Nitrogen is one of the most common elements on Earth, and it is one of many nonmetals. It has an atomic number of seven, meaning a nitrogen atom has seven protons (and seven electrons). Nitrogen is a gas at room temperature. In certain scenarios, it can be very dangerous, but it has some fascinating chemical properties we will explore in this article. The article is a good review of many broader topics in chemistry, but here they are applied to chemicals with nitrogen. We will not go into much depth of how those concepts work, but will focus on what they help us to understand about nitrogen.

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Valence Shell Electrons

The outer orbital of a nitrogen atom, the \(p^2\) orbital, can carry up to six electrons, just like all other \(p\) orbitals. However, a nitrogen atom will only have three of these slots filled. When reacting with other chemicals, it will often try to take electrons from other atoms/ions to get a full octet. Therefore, the \(N^{3-}\) ion (called the nitride ion) is the most common ion formed from a single nitrogen atom.

However, depending on the surroundings, the nitrogen atom may interact with another atom that is less stable without three or even five additional electrons that nitrogen has. So, although it is much rarer than a nitrogen atom gaining three electrons and becoming \(N^{3-}\), it can also lose three or five electrons to form one of two cations: \(N^{3+}\) or \(N^{5+}\). Chances are, if you are a student, your teacher will only expect you to know that the \(N^{3-}\) ion exists, but trying to explain why the other two nitrogen ions can form is a good review of how orbitals work.

Example 1:If \(Ca_xN_y\) is an ionic compound, what are the most likely values of \(x\) and \(y\)?

Solution:Calcium does not generally form any ions besides \(+2\) cations. Since this is an ionic compound, the nitrogen must be the \(-3\) ion to give the compound a neutral charge. It takes three calcium cations to balance the charge of two nitride anions, so the chemical formula is \(Ca_3N_2\). In this compound, called calcium nitride, \(x = 3\) and \(y = 2\).

Nitrogen as a Diatmoic Element

Nitrogen is one of a few elements that exists in a diatomic form. That is, its natural elemental form is two atoms bonded together. The Lewis Structure for elemental nitrogen, \(N_2\), is below:


This molecule shows some very important patterns concerning nitrogen in chemical bonding: in perfectly stable molecules, every nitrogen atom will have three bonding pairs of electrons and one lone pair. Nitrogen behaves in this way in order to claim a full outer valence shell of electrons. With two electrons it keeps for itself and six that it shares with another atom, that makes eight electrons total. Thus this form of nitrogen is more stable than a single atom of nitrogen, which only has five valence electrons and must react with another chemical to become stable.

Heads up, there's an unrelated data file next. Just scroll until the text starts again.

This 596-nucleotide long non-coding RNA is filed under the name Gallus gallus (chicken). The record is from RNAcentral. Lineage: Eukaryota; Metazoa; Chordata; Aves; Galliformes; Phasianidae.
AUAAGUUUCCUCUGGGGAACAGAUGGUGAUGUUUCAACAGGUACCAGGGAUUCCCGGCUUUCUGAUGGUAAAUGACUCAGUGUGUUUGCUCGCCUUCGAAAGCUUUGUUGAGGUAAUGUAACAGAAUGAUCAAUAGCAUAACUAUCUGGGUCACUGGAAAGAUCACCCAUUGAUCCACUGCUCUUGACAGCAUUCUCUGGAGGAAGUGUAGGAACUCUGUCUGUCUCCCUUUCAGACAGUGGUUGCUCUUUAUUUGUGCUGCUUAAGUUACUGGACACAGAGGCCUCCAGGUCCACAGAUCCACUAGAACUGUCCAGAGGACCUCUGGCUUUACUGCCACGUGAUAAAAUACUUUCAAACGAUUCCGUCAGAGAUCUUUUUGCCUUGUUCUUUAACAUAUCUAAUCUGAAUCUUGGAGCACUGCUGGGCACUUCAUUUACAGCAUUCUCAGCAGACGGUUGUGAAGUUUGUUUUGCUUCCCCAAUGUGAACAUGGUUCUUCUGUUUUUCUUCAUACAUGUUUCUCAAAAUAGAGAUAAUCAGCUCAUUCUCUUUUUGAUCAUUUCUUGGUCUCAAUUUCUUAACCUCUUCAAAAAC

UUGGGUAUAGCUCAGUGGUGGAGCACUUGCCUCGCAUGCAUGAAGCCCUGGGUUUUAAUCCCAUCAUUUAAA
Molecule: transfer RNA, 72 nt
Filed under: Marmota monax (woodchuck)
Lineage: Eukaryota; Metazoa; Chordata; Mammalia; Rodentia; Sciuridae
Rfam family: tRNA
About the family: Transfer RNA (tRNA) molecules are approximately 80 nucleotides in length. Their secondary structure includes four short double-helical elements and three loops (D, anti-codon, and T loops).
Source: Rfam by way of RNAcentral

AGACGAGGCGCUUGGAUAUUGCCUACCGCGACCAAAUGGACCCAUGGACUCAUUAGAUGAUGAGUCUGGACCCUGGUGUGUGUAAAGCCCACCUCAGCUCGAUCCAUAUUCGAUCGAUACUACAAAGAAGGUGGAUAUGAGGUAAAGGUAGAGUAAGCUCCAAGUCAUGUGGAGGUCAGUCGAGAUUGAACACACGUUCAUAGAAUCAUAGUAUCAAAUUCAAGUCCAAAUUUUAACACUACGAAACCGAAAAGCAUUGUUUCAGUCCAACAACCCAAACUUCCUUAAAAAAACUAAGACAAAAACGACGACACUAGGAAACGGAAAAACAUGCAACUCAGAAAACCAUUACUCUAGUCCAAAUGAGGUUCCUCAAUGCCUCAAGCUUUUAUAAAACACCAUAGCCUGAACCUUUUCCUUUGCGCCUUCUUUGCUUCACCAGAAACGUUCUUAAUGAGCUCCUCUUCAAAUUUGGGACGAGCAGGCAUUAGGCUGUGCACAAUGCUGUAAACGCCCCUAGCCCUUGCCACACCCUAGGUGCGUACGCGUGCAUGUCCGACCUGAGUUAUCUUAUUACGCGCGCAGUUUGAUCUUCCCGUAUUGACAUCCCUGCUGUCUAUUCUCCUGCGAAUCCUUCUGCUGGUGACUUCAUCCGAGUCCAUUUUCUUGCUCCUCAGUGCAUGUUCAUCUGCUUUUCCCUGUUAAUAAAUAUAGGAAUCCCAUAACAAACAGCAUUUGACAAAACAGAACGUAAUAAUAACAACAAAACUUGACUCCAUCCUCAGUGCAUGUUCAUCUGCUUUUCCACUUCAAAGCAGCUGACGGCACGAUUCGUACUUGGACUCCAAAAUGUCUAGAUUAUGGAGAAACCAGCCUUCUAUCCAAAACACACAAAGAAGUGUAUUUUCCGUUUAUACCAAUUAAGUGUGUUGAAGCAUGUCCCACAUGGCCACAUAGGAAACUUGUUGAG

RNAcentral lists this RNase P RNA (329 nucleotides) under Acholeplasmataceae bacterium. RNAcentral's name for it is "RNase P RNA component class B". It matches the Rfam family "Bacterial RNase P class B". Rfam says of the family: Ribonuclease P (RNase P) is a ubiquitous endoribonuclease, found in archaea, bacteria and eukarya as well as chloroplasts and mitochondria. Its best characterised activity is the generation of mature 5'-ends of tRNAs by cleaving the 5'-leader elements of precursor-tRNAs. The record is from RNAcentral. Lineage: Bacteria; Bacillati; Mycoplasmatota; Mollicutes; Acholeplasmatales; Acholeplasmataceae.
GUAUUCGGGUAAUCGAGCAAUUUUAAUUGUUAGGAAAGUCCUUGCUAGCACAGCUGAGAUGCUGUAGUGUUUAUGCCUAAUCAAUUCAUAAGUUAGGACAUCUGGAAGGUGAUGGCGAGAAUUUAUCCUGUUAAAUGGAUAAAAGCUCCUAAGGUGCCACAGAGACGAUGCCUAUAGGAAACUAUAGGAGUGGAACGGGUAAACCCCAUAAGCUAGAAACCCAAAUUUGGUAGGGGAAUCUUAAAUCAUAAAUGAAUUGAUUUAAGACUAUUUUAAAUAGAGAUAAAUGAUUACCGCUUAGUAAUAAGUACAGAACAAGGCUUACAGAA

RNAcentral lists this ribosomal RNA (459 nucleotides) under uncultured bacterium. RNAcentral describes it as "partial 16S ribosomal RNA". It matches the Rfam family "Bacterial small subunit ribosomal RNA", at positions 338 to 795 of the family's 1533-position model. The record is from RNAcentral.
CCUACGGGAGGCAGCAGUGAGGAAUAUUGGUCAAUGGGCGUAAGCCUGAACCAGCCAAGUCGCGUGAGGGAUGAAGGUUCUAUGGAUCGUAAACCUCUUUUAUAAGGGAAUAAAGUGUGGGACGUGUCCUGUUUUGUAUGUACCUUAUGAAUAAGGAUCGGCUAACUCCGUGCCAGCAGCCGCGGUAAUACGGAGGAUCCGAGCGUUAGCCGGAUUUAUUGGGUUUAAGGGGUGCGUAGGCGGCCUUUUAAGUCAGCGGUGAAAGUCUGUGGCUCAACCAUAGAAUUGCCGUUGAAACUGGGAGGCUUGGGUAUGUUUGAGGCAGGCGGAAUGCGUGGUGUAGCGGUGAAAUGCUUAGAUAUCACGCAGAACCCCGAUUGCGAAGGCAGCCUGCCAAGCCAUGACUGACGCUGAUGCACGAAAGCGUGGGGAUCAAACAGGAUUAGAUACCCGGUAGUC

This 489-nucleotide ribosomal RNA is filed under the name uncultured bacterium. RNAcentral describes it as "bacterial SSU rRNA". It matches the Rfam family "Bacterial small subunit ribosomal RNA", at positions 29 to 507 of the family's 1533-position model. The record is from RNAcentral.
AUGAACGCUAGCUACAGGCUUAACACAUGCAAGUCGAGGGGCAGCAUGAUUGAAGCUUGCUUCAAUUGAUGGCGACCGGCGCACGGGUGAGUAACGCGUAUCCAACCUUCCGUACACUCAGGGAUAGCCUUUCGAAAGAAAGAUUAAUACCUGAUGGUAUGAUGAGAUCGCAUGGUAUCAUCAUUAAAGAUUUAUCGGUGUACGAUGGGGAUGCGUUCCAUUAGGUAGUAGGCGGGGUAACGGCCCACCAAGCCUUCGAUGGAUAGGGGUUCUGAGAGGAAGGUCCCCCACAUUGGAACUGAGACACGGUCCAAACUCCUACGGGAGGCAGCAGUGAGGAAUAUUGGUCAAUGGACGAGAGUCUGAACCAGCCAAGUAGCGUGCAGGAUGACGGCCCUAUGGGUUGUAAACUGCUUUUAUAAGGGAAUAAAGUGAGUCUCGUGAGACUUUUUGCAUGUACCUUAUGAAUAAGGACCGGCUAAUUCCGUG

In either case, however, the oxidation number of the nitrogen atom is \(0\).

Nitrogen Oxyanions

Nitrogen also has a family of oxyanions. The two in this group are the nitrate ion, \(NO_3^{-}\), and the nitrite ion, \(NO_2^{-}\). Either of these can form acids or ionic compounds, much like nitride ions.

Example 2a:Calcium Nitrate has a chemical formula of \(Ca(NO_3)_2\). Similarly, Calcium Nitrite has a chemical formula of \(Ca(NO_2)_2\).

Example 2b:Either oxyanion of nitrogen can covalently bond with one hydrogen cation to form an acid.

Formation of nitric acid:

$$H^{+} + NO_3^{-} \rightarrow HNO_3$$

Formation of nitrous acid:

$$H^{+} + NO_2^{-} \rightarrow HNO_2$$

Other Chemicals with Nitrogen

There are a couple major chemicals with nitrogen that have not already been mentioned.

The first is azide, \(N_3^{-}\):


Some of the nitrogen atoms have negative formal charges and some have positive formal charges. However, the total charge of the molecule is negative.

Example 3a:Being an anion, azide sometimes joins up with cations to form ionic compounds. One example is sodium azide, \(NaN_3\).

Example 3b:Azide anions can also combine with hydrogen cations to form \(HN_3\), known as azidic acid:


There are also three other related anions that contain carbon and nitrogen: cyanide (\(CN^{-}\)), cyanate (\(CNO^{-}\)), and thiocyanate (\(CNS^{-}\)). The Lewis Structure for cyanide is shown below.


All three of these can form ionic compounds and acids as well. Moving down the group of the periodic table containing oxygen and sulfur, we can say, in theory, that if \(CNSe^{-}\) and \(CNTe^{-}\) exist, they would essentially have the same valence-shell electron orientation as cyanate and thiocyanate. In other words, there Lewis Structures are almost identical. However, the existence of these two latter chemicals is unknown. The takeaway from this discussion is that we can use the structure of the periodic table and the knowledge of some existing chemicals to predict others that, in theory, may exist.

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Thanks to the app linked here for providing Lewis Structure images: